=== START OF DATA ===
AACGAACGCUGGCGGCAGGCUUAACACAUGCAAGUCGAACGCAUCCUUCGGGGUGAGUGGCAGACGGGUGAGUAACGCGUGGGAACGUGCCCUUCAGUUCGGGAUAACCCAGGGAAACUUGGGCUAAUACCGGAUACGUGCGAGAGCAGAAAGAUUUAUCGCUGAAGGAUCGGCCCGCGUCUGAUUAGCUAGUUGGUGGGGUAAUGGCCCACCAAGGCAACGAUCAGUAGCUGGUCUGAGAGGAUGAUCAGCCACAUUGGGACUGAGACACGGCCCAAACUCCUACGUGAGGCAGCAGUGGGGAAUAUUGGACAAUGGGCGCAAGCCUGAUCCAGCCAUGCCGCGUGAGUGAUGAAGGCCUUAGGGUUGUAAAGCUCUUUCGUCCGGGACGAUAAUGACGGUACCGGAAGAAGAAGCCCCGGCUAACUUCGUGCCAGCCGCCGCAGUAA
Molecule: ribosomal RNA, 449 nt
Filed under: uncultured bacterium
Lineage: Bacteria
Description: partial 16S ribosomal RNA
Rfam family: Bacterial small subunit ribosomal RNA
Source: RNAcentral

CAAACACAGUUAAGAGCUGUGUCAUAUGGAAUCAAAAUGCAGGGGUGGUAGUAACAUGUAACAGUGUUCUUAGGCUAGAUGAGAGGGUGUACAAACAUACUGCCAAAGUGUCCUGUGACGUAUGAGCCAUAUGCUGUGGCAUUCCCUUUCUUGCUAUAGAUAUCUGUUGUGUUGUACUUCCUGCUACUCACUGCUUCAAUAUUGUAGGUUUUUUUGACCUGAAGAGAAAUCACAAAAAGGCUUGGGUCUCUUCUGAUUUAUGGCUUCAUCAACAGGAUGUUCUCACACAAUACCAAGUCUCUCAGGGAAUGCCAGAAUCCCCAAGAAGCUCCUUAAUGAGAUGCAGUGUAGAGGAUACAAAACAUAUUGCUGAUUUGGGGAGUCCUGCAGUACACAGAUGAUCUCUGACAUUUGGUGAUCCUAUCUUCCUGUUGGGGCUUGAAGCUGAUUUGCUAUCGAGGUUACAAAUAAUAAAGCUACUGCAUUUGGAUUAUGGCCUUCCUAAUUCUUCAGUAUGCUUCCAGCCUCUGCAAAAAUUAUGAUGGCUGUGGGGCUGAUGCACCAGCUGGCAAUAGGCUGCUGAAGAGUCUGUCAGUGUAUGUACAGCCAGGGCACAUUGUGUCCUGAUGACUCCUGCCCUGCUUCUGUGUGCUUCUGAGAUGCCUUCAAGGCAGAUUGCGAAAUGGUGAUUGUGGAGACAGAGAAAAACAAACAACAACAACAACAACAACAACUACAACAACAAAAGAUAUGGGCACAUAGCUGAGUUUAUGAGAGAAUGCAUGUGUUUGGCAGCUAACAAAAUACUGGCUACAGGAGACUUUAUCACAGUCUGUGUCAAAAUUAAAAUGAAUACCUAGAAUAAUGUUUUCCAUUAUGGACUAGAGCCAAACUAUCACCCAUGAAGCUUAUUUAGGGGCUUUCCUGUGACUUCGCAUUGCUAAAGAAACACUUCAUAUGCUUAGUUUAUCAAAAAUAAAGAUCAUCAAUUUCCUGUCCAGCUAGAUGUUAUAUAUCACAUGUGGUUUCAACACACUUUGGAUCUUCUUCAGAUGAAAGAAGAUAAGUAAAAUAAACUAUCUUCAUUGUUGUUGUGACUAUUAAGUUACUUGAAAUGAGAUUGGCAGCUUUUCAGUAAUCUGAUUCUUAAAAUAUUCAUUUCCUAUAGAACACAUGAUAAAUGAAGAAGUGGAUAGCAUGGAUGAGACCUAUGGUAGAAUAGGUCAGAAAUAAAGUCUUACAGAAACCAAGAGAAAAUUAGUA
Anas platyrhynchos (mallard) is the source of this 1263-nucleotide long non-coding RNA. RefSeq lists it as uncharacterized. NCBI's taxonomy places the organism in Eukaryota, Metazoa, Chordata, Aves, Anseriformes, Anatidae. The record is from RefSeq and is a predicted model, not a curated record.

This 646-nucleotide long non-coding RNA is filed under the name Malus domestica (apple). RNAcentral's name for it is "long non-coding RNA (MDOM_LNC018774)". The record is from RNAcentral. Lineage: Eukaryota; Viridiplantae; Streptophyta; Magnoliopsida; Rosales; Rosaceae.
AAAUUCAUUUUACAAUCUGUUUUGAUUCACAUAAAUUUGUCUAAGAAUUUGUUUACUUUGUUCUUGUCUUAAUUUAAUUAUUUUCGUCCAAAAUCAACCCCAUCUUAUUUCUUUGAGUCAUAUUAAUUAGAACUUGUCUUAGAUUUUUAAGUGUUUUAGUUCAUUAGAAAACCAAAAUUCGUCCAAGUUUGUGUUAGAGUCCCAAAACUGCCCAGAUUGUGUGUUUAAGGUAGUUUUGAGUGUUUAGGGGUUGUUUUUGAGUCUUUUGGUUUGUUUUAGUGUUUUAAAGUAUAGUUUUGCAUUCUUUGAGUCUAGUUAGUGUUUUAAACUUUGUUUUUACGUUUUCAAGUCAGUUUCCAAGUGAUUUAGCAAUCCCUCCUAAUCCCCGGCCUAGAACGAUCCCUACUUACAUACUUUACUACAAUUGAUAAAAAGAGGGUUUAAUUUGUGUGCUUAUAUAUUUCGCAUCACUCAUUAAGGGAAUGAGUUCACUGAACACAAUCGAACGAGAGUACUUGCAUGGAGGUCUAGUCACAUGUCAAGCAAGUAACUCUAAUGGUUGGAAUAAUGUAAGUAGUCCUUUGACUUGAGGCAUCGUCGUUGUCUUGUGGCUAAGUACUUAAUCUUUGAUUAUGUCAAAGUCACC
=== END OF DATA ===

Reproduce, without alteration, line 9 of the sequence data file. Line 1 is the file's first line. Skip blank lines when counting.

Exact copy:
Anas platyrhynchos (mallard) is the source of this 1263-nucleotide long non-coding RNA. RefSeq lists it as uncharacterized. NCBI's taxonomy places the organism in Eukaryota, Metazoa, Chordata, Aves, Anseriformes, Anatidae. The record is from RefSeq and is a predicted model, not a curated record.